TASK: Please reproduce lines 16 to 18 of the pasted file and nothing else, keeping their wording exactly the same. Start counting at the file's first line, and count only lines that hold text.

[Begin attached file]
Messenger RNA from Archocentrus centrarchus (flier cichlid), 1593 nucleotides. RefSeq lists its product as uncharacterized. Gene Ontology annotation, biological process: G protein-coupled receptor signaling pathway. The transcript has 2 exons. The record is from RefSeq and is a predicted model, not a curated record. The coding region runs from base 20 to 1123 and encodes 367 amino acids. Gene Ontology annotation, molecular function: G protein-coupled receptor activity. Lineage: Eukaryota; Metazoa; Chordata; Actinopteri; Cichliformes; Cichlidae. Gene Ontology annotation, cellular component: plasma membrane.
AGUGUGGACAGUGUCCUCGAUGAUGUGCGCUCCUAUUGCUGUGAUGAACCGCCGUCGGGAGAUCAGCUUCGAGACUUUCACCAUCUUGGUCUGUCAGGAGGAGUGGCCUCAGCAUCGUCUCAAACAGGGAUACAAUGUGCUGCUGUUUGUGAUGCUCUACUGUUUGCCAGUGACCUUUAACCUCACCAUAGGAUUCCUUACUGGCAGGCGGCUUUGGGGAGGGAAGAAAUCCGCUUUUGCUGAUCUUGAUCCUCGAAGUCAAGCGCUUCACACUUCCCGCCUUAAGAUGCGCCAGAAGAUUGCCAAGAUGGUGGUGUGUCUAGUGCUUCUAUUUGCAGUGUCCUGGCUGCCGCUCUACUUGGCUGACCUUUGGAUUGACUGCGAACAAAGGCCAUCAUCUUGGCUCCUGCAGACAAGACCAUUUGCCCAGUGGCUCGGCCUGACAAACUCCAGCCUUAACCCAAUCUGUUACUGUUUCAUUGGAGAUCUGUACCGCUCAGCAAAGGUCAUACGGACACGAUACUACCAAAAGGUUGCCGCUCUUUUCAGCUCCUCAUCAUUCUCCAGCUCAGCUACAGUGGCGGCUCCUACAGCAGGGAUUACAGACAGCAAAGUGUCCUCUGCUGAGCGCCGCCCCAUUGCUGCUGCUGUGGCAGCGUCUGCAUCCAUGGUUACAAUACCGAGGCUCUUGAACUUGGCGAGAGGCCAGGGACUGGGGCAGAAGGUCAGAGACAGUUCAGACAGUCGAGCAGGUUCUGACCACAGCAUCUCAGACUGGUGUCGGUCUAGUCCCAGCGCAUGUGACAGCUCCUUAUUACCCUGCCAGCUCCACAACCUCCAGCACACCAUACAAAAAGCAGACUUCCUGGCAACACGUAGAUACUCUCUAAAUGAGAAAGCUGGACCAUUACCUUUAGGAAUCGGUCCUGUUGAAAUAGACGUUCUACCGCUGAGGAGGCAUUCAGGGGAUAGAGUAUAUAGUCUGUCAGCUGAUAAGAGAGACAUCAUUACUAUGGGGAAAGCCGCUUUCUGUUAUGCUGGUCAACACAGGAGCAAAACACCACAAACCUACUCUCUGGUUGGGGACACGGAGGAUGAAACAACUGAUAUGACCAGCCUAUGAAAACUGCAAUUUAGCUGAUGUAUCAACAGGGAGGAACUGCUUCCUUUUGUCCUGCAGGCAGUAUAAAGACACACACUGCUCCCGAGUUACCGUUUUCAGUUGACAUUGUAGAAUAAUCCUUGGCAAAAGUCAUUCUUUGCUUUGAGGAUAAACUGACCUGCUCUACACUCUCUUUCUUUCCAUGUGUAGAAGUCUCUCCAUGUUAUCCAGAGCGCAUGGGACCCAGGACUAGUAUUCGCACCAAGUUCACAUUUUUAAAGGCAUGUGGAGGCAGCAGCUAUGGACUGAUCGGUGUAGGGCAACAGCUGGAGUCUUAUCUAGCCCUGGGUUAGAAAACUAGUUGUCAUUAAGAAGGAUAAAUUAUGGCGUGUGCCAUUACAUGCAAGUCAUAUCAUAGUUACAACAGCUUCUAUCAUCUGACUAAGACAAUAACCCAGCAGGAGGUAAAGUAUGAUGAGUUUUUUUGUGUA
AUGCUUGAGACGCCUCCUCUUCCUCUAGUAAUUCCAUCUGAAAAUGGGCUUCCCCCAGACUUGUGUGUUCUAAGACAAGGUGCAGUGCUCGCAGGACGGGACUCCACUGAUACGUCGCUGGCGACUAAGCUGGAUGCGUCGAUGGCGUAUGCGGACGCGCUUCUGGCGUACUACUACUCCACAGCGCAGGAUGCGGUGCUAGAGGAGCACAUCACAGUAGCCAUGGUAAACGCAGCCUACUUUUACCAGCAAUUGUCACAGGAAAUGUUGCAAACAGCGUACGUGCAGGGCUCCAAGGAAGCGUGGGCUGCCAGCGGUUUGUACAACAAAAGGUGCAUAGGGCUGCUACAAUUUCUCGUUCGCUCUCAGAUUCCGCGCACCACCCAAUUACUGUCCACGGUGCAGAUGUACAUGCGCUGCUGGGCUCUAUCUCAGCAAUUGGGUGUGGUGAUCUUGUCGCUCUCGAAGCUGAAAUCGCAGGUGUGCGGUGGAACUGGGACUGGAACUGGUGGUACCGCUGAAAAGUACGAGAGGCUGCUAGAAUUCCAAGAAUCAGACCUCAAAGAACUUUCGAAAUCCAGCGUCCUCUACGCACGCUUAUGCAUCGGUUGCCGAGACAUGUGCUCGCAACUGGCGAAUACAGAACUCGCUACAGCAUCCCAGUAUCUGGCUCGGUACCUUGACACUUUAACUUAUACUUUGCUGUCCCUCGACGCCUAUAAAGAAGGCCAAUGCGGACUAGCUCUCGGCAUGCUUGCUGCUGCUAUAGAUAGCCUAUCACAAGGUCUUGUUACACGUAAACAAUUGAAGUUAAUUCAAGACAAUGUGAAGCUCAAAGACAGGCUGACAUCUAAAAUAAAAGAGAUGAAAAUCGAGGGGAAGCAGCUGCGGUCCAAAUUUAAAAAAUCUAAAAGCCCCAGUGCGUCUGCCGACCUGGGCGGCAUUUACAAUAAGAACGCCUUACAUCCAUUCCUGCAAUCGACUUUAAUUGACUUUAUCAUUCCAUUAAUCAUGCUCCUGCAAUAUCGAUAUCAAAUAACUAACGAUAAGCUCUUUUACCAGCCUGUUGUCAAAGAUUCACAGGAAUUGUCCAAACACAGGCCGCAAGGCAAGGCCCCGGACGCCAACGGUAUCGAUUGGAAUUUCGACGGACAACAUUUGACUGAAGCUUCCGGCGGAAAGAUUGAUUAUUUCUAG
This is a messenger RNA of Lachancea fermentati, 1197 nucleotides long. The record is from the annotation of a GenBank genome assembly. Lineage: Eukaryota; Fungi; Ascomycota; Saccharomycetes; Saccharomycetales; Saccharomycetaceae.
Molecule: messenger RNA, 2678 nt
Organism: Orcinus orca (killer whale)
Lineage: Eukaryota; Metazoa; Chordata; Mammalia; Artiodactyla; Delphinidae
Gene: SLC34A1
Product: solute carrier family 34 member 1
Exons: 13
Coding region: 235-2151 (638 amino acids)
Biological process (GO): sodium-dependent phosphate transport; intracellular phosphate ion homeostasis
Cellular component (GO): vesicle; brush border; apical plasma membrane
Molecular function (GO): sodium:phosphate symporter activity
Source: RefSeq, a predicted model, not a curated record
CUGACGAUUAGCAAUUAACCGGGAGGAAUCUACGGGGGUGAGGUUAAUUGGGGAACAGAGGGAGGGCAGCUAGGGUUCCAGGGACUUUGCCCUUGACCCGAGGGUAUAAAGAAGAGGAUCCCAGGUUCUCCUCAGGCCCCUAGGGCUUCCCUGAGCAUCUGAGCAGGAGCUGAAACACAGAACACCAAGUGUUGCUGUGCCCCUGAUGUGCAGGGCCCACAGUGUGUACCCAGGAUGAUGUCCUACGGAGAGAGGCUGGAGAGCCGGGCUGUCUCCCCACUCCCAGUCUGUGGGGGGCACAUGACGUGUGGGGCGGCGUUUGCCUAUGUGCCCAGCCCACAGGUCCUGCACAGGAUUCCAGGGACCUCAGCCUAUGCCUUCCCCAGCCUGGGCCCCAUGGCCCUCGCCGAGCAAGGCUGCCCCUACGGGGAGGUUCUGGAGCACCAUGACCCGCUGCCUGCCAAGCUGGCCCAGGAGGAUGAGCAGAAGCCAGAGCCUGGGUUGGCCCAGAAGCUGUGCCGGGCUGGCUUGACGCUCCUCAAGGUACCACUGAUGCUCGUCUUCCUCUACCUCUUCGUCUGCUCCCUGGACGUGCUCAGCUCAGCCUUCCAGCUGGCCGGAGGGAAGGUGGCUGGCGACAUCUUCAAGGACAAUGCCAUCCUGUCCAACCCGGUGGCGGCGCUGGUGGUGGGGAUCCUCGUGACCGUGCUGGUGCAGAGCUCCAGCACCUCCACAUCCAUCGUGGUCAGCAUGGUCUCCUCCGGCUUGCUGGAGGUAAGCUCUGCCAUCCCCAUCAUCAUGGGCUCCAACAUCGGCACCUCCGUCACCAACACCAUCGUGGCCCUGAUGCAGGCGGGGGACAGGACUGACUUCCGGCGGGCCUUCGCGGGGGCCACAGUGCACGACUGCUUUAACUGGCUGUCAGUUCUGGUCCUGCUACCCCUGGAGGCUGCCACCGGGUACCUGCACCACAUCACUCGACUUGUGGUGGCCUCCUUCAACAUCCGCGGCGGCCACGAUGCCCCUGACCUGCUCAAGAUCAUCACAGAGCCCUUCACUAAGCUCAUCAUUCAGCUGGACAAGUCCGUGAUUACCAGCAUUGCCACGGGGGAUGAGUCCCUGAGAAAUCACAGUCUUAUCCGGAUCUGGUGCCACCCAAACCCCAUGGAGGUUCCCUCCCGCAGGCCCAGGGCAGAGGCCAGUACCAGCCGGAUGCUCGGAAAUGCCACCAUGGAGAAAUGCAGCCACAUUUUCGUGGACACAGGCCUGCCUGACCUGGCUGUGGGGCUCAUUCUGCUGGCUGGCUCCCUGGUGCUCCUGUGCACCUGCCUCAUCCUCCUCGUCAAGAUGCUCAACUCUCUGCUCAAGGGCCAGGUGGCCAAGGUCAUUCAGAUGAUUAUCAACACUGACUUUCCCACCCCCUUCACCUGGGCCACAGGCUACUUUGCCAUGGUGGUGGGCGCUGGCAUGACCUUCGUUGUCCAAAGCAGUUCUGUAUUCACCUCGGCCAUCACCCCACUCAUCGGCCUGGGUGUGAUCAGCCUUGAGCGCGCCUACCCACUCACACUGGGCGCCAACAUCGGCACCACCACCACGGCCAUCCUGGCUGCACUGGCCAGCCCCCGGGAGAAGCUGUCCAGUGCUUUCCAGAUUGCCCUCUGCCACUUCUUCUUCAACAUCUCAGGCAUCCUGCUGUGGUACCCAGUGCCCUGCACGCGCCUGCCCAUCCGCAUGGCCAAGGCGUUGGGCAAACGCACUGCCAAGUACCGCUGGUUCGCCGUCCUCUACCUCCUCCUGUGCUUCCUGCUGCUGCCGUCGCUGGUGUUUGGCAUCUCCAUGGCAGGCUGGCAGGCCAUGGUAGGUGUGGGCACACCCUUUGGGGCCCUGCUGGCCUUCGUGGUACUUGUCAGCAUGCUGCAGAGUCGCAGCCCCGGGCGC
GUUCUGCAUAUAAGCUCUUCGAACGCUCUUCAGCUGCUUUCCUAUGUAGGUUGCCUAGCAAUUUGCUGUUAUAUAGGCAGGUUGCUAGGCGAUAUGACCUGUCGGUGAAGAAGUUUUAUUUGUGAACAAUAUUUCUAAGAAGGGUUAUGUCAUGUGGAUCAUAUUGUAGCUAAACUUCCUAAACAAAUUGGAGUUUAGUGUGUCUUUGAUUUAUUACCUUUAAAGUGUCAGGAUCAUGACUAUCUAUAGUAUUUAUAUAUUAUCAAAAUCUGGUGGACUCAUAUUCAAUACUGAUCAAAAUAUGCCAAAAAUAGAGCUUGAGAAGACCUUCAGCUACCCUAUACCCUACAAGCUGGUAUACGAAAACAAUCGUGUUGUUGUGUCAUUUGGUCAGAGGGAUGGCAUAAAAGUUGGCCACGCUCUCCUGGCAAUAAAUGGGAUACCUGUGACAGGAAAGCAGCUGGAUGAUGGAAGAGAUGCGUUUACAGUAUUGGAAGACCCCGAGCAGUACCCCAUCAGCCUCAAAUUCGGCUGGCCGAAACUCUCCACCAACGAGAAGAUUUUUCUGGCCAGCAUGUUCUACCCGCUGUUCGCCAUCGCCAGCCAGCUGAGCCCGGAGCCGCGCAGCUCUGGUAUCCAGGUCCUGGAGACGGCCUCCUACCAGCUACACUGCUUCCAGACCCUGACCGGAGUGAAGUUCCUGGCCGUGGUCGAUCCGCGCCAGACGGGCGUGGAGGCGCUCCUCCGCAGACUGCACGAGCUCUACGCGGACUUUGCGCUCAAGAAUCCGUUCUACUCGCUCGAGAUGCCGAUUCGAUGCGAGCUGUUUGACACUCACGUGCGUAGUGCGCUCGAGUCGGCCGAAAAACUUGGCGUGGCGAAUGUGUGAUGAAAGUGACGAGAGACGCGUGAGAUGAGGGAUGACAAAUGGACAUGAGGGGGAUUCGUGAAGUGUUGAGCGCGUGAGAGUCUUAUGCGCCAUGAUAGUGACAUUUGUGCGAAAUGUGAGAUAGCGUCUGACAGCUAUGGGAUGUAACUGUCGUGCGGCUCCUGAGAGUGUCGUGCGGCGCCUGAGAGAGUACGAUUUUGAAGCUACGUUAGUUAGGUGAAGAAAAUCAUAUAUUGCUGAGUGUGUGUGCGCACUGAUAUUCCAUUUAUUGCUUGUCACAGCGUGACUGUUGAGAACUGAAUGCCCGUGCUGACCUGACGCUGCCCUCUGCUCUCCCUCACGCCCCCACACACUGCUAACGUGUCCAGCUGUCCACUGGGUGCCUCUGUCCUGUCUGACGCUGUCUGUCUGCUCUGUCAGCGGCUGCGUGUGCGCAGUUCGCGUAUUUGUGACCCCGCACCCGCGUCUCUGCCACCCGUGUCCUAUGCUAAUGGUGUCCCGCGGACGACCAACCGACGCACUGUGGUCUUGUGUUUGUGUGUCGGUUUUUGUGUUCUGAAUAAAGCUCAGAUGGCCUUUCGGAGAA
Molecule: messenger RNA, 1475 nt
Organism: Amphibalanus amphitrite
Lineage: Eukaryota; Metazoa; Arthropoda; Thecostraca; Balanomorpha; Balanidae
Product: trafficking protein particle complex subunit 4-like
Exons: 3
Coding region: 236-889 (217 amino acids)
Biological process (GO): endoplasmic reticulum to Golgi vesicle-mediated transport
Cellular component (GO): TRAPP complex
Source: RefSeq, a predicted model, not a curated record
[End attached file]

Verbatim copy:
CUGACGAUUAGCAAUUAACCGGGAGGAAUCUACGGGGGUGAGGUUAAUUGGGGAACAGAGGGAGGGCAGCUAGGGUUCCAGGGACUUUGCCCUUGACCCGAGGGUAUAAAGAAGAGGAUCCCAGGUUCUCCUCAGGCCCCUAGGGCUUCCCUGAGCAUCUGAGCAGGAGCUGAAACACAGAACACCAAGUGUUGCUGUGCCCCUGAUGUGCAGGGCCCACAGUGUGUACCCAGGAUGAUGUCCUACGGAGAGAGGCUGGAGAGCCGGGCUGUCUCCCCACUCCCAGUCUGUGGGGGGCACAUGACGUGUGGGGCGGCGUUUGCCUAUGUGCCCAGCCCACAGGUCCUGCACAGGAUUCCAGGGACCUCAGCCUAUGCCUUCCCCAGCCUGGGCCCCAUGGCCCUCGCCGAGCAAGGCUGCCCCUACGGGGAGGUUCUGGAGCACCAUGACCCGCUGCCUGCCAAGCUGGCCCAGGAGGAUGAGCAGAAGCCAGAGCCUGGGUUGGCCCAGAAGCUGUGCCGGGCUGGCUUGACGCUCCUCAAGGUACCACUGAUGCUCGUCUUCCUCUACCUCUUCGUCUGCUCCCUGGACGUGCUCAGCUCAGCCUUCCAGCUGGCCGGAGGGAAGGUGGCUGGCGACAUCUUCAAGGACAAUGCCAUCCUGUCCAACCCGGUGGCGGCGCUGGUGGUGGGGAUCCUCGUGACCGUGCUGGUGCAGAGCUCCAGCACCUCCACAUCCAUCGUGGUCAGCAUGGUCUCCUCCGGCUUGCUGGAGGUAAGCUCUGCCAUCCCCAUCAUCAUGGGCUCCAACAUCGGCACCUCCGUCACCAACACCAUCGUGGCCCUGAUGCAGGCGGGGGACAGGACUGACUUCCGGCGGGCCUUCGCGGGGGCCACAGUGCACGACUGCUUUAACUGGCUGUCAGUUCUGGUCCUGCUACCCCUGGAGGCUGCCACCGGGUACCUGCACCACAUCACUCGACUUGUGGUGGCCUCCUUCAACAUCCGCGGCGGCCACGAUGCCCCUGACCUGCUCAAGAUCAUCACAGAGCCCUUCACUAAGCUCAUCAUUCAGCUGGACAAGUCCGUGAUUACCAGCAUUGCCACGGGGGAUGAGUCCCUGAGAAAUCACAGUCUUAUCCGGAUCUGGUGCCACCCAAACCCCAUGGAGGUUCCCUCCCGCAGGCCCAGGGCAGAGGCCAGUACCAGCCGGAUGCUCGGAAAUGCCACCAUGGAGAAAUGCAGCCACAUUUUCGUGGACACAGGCCUGCCUGACCUGGCUGUGGGGCUCAUUCUGCUGGCUGGCUCCCUGGUGCUCCUGUGCACCUGCCUCAUCCUCCUCGUCAAGAUGCUCAACUCUCUGCUCAAGGGCCAGGUGGCCAAGGUCAUUCAGAUGAUUAUCAACACUGACUUUCCCACCCCCUUCACCUGGGCCACAGGCUACUUUGCCAUGGUGGUGGGCGCUGGCAUGACCUUCGUUGUCCAAAGCAGUUCUGUAUUCACCUCGGCCAUCACCCCACUCAUCGGCCUGGGUGUGAUCAGCCUUGAGCGCGCCUACCCACUCACACUGGGCGCCAACAUCGGCACCACCACCACGGCCAUCCUGGCUGCACUGGCCAGCCCCCGGGAGAAGCUGUCCAGUGCUUUCCAGAUUGCCCUCUGCCACUUCUUCUUCAACAUCUCAGGCAUCCUGCUGUGGUACCCAGUGCCCUGCACGCGCCUGCCCAUCCGCAUGGCCAAGGCGUUGGGCAAACGCACUGCCAAGUACCGCUGGUUCGCCGUCCUCUACCUCCUCCUGUGCUUCCUGCUGCUGCCGUCGCUGGUGUUUGGCAUCUCCAUGGCAGGCUGGCAGGCCAUGGUAGGUGUGGGCACACCCUUUGGGGCCCUGCUGGCCUUCGUGGUACUUGUCAGCAUGCUGCAGAGUCGCAGCCCCGGGCGC
GUUCUGCAUAUAAGCUCUUCGAACGCUCUUCAGCUGCUUUCCUAUGUAGGUUGCCUAGCAAUUUGCUGUUAUAUAGGCAGGUUGCUAGGCGAUAUGACCUGUCGGUGAAGAAGUUUUAUUUGUGAACAAUAUUUCUAAGAAGGGUUAUGUCAUGUGGAUCAUAUUGUAGCUAAACUUCCUAAACAAAUUGGAGUUUAGUGUGUCUUUGAUUUAUUACCUUUAAAGUGUCAGGAUCAUGACUAUCUAUAGUAUUUAUAUAUUAUCAAAAUCUGGUGGACUCAUAUUCAAUACUGAUCAAAAUAUGCCAAAAAUAGAGCUUGAGAAGACCUUCAGCUACCCUAUACCCUACAAGCUGGUAUACGAAAACAAUCGUGUUGUUGUGUCAUUUGGUCAGAGGGAUGGCAUAAAAGUUGGCCACGCUCUCCUGGCAAUAAAUGGGAUACCUGUGACAGGAAAGCAGCUGGAUGAUGGAAGAGAUGCGUUUACAGUAUUGGAAGACCCCGAGCAGUACCCCAUCAGCCUCAAAUUCGGCUGGCCGAAACUCUCCACCAACGAGAAGAUUUUUCUGGCCAGCAUGUUCUACCCGCUGUUCGCCAUCGCCAGCCAGCUGAGCCCGGAGCCGCGCAGCUCUGGUAUCCAGGUCCUGGAGACGGCCUCCUACCAGCUACACUGCUUCCAGACCCUGACCGGAGUGAAGUUCCUGGCCGUGGUCGAUCCGCGCCAGACGGGCGUGGAGGCGCUCCUCCGCAGACUGCACGAGCUCUACGCGGACUUUGCGCUCAAGAAUCCGUUCUACUCGCUCGAGAUGCCGAUUCGAUGCGAGCUGUUUGACACUCACGUGCGUAGUGCGCUCGAGUCGGCCGAAAAACUUGGCGUGGCGAAUGUGUGAUGAAAGUGACGAGAGACGCGUGAGAUGAGGGAUGACAAAUGGACAUGAGGGGGAUUCGUGAAGUGUUGAGCGCGUGAGAGUCUUAUGCGCCAUGAUAGUGACAUUUGUGCGAAAUGUGAGAUAGCGUCUGACAGCUAUGGGAUGUAACUGUCGUGCGGCUCCUGAGAGUGUCGUGCGGCGCCUGAGAGAGUACGAUUUUGAAGCUACGUUAGUUAGGUGAAGAAAAUCAUAUAUUGCUGAGUGUGUGUGCGCACUGAUAUUCCAUUUAUUGCUUGUCACAGCGUGACUGUUGAGAACUGAAUGCCCGUGCUGACCUGACGCUGCCCUCUGCUCUCCCUCACGCCCCCACACACUGCUAACGUGUCCAGCUGUCCACUGGGUGCCUCUGUCCUGUCUGACGCUGUCUGUCUGCUCUGUCAGCGGCUGCGUGUGCGCAGUUCGCGUAUUUGUGACCCCGCACCCGCGUCUCUGCCACCCGUGUCCUAUGCUAAUGGUGUCCCGCGGACGACCAACCGACGCACUGUGGUCUUGUGUUUGUGUGUCGGUUUUUGUGUUCUGAAUAAAGCUCAGAUGGCCUUUCGGAGAA
Molecule: messenger RNA, 1475 nt